Thursday, May 17, 2012

Gay Not-Parade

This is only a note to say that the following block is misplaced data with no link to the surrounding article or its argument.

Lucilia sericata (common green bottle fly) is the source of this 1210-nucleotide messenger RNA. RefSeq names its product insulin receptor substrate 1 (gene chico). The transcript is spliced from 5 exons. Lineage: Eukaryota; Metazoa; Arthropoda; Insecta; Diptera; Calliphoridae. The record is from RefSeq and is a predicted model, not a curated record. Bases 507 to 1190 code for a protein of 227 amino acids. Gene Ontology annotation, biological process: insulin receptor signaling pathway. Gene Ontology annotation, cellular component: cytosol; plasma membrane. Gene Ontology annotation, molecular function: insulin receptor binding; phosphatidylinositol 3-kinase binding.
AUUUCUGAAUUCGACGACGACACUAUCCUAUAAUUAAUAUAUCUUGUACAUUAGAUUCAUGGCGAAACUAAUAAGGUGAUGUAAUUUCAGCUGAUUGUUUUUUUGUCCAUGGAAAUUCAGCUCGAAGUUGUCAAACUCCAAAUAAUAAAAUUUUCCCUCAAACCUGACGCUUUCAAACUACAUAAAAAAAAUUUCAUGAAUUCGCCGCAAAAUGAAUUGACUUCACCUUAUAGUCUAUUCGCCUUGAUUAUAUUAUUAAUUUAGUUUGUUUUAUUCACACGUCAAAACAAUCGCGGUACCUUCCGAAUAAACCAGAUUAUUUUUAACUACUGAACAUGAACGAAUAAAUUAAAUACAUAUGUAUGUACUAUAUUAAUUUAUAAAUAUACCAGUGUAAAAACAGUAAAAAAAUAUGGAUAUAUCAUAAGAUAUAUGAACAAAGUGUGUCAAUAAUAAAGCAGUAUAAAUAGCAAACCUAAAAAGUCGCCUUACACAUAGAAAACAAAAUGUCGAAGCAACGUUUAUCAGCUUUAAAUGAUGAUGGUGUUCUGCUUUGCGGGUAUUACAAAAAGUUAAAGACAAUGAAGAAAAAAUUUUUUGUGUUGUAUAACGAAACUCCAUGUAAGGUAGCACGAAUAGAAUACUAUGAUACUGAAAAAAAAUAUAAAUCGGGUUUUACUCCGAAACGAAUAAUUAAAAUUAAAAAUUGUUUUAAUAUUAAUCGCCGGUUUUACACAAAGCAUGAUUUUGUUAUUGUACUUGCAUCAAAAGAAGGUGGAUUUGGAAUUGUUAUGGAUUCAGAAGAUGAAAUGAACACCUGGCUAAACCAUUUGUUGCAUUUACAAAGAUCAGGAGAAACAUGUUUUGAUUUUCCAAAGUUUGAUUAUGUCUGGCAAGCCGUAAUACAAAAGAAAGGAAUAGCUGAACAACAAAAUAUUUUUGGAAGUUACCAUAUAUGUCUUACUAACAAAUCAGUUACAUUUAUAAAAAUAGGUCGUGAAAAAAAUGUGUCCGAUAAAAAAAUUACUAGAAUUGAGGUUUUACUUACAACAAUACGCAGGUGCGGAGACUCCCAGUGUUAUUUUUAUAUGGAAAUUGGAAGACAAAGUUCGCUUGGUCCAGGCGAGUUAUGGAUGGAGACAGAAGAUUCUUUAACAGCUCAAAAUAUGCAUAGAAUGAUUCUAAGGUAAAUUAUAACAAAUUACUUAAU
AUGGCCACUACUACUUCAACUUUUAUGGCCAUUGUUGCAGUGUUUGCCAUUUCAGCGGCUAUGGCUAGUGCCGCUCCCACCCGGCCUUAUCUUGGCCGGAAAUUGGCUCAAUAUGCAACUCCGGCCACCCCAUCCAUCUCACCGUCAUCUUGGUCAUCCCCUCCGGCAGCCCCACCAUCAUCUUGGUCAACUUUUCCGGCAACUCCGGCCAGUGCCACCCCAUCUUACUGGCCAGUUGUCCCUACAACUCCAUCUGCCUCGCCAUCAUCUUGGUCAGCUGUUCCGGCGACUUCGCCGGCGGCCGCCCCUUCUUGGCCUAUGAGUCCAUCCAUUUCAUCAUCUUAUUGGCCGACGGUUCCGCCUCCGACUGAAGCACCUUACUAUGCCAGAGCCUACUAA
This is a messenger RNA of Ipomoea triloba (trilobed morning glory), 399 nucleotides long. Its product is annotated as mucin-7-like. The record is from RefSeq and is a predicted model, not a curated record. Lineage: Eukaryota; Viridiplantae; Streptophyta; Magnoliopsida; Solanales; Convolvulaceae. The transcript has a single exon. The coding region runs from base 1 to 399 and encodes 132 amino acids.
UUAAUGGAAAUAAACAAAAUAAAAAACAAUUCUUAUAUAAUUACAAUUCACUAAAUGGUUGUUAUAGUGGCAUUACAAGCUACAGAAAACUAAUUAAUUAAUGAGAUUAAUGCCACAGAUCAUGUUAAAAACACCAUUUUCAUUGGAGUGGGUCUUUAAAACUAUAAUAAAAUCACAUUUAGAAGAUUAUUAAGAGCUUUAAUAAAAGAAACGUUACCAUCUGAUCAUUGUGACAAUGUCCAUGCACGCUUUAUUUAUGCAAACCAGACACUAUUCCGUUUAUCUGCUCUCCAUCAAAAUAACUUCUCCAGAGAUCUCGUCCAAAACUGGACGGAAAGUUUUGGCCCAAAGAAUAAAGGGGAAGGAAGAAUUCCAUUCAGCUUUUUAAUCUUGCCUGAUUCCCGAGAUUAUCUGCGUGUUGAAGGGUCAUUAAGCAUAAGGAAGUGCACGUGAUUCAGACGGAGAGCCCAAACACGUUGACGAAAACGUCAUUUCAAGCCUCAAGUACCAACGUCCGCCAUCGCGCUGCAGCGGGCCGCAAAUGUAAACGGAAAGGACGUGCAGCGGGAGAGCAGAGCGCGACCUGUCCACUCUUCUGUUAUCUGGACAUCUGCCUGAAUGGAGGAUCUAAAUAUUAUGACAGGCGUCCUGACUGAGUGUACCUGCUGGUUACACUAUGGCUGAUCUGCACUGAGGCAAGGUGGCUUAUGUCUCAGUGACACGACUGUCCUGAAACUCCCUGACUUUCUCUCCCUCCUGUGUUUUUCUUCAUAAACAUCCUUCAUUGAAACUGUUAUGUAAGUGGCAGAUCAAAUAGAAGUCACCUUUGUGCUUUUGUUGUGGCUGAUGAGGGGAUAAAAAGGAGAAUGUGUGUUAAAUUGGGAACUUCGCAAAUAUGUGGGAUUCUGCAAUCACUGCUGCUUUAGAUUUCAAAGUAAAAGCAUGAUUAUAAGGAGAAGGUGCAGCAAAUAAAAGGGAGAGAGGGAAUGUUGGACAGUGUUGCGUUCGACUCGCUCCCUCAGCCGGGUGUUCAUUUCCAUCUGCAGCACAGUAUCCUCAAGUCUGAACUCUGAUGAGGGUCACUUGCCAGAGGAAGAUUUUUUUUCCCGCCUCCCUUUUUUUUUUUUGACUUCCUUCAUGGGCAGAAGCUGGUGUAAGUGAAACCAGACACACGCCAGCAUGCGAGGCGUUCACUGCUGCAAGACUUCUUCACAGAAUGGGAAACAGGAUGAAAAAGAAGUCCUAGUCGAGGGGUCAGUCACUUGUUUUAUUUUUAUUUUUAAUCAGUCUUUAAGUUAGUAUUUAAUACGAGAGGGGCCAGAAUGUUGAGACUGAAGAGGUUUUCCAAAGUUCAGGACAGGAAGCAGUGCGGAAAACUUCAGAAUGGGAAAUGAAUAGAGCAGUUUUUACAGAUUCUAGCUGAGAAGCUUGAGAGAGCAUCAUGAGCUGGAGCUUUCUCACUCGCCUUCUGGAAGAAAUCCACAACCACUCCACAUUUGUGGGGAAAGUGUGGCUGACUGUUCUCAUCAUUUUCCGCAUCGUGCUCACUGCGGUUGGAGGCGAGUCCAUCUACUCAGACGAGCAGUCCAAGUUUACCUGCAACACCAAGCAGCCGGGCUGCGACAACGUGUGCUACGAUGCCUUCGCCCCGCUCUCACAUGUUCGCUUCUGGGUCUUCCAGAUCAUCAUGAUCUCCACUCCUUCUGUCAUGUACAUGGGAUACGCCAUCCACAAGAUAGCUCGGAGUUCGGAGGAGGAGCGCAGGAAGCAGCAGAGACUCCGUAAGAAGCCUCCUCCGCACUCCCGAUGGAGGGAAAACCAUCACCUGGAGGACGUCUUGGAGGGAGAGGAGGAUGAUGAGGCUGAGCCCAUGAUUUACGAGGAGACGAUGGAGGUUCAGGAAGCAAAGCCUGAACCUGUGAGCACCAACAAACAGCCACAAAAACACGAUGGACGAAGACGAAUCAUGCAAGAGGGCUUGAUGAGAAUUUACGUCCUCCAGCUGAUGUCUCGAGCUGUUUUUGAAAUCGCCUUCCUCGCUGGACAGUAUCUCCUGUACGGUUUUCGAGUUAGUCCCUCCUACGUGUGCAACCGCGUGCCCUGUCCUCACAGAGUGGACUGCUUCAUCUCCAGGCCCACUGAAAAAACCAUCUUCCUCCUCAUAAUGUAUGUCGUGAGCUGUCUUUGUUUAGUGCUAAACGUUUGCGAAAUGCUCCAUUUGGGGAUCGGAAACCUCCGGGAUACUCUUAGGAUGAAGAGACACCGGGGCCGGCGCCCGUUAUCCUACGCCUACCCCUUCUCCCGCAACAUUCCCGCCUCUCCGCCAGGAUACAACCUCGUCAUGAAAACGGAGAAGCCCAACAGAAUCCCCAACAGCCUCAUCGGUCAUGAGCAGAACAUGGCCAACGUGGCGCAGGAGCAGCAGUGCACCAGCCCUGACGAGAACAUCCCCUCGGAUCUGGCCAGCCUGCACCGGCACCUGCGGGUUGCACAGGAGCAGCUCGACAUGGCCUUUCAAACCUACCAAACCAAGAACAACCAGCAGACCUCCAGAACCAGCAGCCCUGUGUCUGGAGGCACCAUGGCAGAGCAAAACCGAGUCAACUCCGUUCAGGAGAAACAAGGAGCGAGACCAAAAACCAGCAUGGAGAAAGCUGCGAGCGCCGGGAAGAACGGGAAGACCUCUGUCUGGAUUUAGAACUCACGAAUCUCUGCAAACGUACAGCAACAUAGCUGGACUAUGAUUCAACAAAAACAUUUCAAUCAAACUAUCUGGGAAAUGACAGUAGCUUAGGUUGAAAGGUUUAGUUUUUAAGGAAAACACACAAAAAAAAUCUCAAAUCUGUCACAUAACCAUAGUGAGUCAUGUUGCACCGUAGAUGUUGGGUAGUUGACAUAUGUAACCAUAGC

Something important happened today. Today is an international day against homophobia. NGO Identity organizes a march on Rustaveli st. Around 40 people gather by Philarmonia by 1 P.M. and we start walking promptly. Crowd of journalists literally document every step we make. Obviously, not everybody wants to be close-captioned like that, risking to appear in tomorrow’s Asaval-Dasavali under statement like “pervert faggots trying to destroy our motherland”. But, if you came here, you have to be ready for public exposure—after all, you are making a statement! All the bebias comment on what a pity it is that such nice young people are gay, some males swear, some people grab their phones to get this weird procession on camera. It is quite an event! I can already see tomorrow's news: "The First Ever Gay Pride Parade!" Only, this is no parade. Just a peaceful walk. Picture this: leading the procession, a herd of people with mics and cameras, trying to walk backwards and still maintain balance, in order to capture colorful crowd of flags and posters approaching them; the marchers, trying to ignore swearing, and not to step on occasional cameraman who is right in their face, surrounded by curious bystanders and innocent pedestrians who are trying to figure out how to get out of this mess. Three police cars are parked by philarmonia in case of altercations. Enough to cause a sensation. but wait… All the sudden, out of nowhere, a priest emerges. Are they patrolling the streets just in case something “indecent” takes place? He starts arguing with the walking crowd, which is O.K., but then, a dozen of bearded young men apparate out of thin air; these men start proving their point to anyone they can corner, rather violently. Rainbow flags keep moving, cameras greedily suck the tension, there is some arguing, some stupidity, “Look, he yelled at me, he is aggressive, look! How can you call yourself a liberal after this?!”- asserts one of the bearded death eaters, after some marcher can't stand all the swearing and answers back. The pure-breeds with beards form a chain (by brotherly holding hands)and declare that they won’t let us pass and carry out such degrading activities, and though the moment is pretty serious, all I can hear is “wizard, thou shall not pass!” Several people call the police, who all the sudden do not know where Rustaveli is and require long and detailed description. The marchers, stuck in traffic, are now experiencing a whole cascade of negative emotions bestowed upon them by bystanders who probably wanted to yell before, but felt that walking and yelling at the same time takes too much effort.Now they are feasting. Vegetable-sellers transform themselves into harpies, vomiting profanities. A woman with half-eaten ice-cream exercises screams worthy of a rock concert. The marchers are trapped. In front of them—-bearded defenders of nation’s purity. Behind them and amongst them--men with cameras and girls with mics. Around them--women screeching “sazizgrebo, sazizgrebo”. I--frantically trying to answer work calls and explaining that I am out for my lunch break. and then… and then I had to leave. and I do not know how it all ends. I don’t know if the marchers were beaten, ridiculed or if they kept on marching. I don’t know if the bearded men disapparated, or tore apart the posters. no news on any news channel yet. 3 P.M., May 17th.I am sitting here and writing. This is history in making. ...Please, God, let it be peaceful. Please, God, don’t let them hurt my friends. To be continued... Pic1: the chain of bearded men, journalists and the activists pic2: Poster" Love Is Love"